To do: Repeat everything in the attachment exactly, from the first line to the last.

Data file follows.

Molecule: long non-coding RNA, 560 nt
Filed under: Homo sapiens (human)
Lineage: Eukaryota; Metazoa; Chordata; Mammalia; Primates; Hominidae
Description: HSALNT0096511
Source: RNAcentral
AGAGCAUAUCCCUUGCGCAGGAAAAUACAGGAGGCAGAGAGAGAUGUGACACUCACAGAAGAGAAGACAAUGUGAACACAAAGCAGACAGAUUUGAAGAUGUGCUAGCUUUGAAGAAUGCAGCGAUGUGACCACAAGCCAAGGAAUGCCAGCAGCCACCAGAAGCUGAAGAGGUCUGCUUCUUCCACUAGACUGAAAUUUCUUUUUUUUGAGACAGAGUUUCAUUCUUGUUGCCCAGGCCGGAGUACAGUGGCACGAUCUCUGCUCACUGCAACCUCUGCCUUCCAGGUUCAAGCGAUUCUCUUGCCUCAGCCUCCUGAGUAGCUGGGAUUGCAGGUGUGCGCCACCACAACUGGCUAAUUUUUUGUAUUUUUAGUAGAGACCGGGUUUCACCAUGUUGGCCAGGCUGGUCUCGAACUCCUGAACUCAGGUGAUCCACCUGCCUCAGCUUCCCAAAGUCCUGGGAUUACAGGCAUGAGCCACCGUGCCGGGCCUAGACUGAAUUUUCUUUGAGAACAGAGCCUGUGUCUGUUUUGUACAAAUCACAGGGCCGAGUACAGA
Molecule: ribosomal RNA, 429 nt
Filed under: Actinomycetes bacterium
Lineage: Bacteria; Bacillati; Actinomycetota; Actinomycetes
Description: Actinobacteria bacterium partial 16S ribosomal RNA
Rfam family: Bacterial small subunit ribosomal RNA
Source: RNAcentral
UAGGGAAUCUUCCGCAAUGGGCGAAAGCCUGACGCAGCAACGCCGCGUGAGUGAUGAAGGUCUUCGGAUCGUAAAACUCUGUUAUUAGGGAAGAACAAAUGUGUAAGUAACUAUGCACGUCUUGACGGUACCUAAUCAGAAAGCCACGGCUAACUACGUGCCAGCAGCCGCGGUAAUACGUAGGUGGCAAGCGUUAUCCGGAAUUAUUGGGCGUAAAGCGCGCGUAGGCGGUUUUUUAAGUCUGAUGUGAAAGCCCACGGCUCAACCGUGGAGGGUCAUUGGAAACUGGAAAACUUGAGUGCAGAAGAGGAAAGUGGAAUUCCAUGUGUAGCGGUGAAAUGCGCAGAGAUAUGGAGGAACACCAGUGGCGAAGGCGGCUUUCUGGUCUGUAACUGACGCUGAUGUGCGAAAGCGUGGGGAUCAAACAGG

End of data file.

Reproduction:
Molecule: long non-coding RNA, 560 nt
Filed under: Homo sapiens (human)
Lineage: Eukaryota; Metazoa; Chordata; Mammalia; Primates; Hominidae
Description: HSALNT0096511
Source: RNAcentral
AGAGCAUAUCCCUUGCGCAGGAAAAUACAGGAGGCAGAGAGAGAUGUGACACUCACAGAAGAGAAGACAAUGUGAACACAAAGCAGACAGAUUUGAAGAUGUGCUAGCUUUGAAGAAUGCAGCGAUGUGACCACAAGCCAAGGAAUGCCAGCAGCCACCAGAAGCUGAAGAGGUCUGCUUCUUCCACUAGACUGAAAUUUCUUUUUUUUGAGACAGAGUUUCAUUCUUGUUGCCCAGGCCGGAGUACAGUGGCACGAUCUCUGCUCACUGCAACCUCUGCCUUCCAGGUUCAAGCGAUUCUCUUGCCUCAGCCUCCUGAGUAGCUGGGAUUGCAGGUGUGCGCCACCACAACUGGCUAAUUUUUUGUAUUUUUAGUAGAGACCGGGUUUCACCAUGUUGGCCAGGCUGGUCUCGAACUCCUGAACUCAGGUGAUCCACCUGCCUCAGCUUCCCAAAGUCCUGGGAUUACAGGCAUGAGCCACCGUGCCGGGCCUAGACUGAAUUUUCUUUGAGAACAGAGCCUGUGUCUGUUUUGUACAAAUCACAGGGCCGAGUACAGA
Molecule: ribosomal RNA, 429 nt
Filed under: Actinomycetes bacterium
Lineage: Bacteria; Bacillati; Actinomycetota; Actinomycetes
Description: Actinobacteria bacterium partial 16S ribosomal RNA
Rfam family: Bacterial small subunit ribosomal RNA
Source: RNAcentral
UAGGGAAUCUUCCGCAAUGGGCGAAAGCCUGACGCAGCAACGCCGCGUGAGUGAUGAAGGUCUUCGGAUCGUAAAACUCUGUUAUUAGGGAAGAACAAAUGUGUAAGUAACUAUGCACGUCUUGACGGUACCUAAUCAGAAAGCCACGGCUAACUACGUGCCAGCAGCCGCGGUAAUACGUAGGUGGCAAGCGUUAUCCGGAAUUAUUGGGCGUAAAGCGCGCGUAGGCGGUUUUUUAAGUCUGAUGUGAAAGCCCACGGCUCAACCGUGGAGGGUCAUUGGAAACUGGAAAACUUGAGUGCAGAAGAGGAAAGUGGAAUUCCAUGUGUAGCGGUGAAAUGCGCAGAGAUAUGGAGGAACACCAGUGGCGAAGGCGGCUUUCUGGUCUGUAACUGACGCUGAUGUGCGAAAGCGUGGGGAUCAAACAGG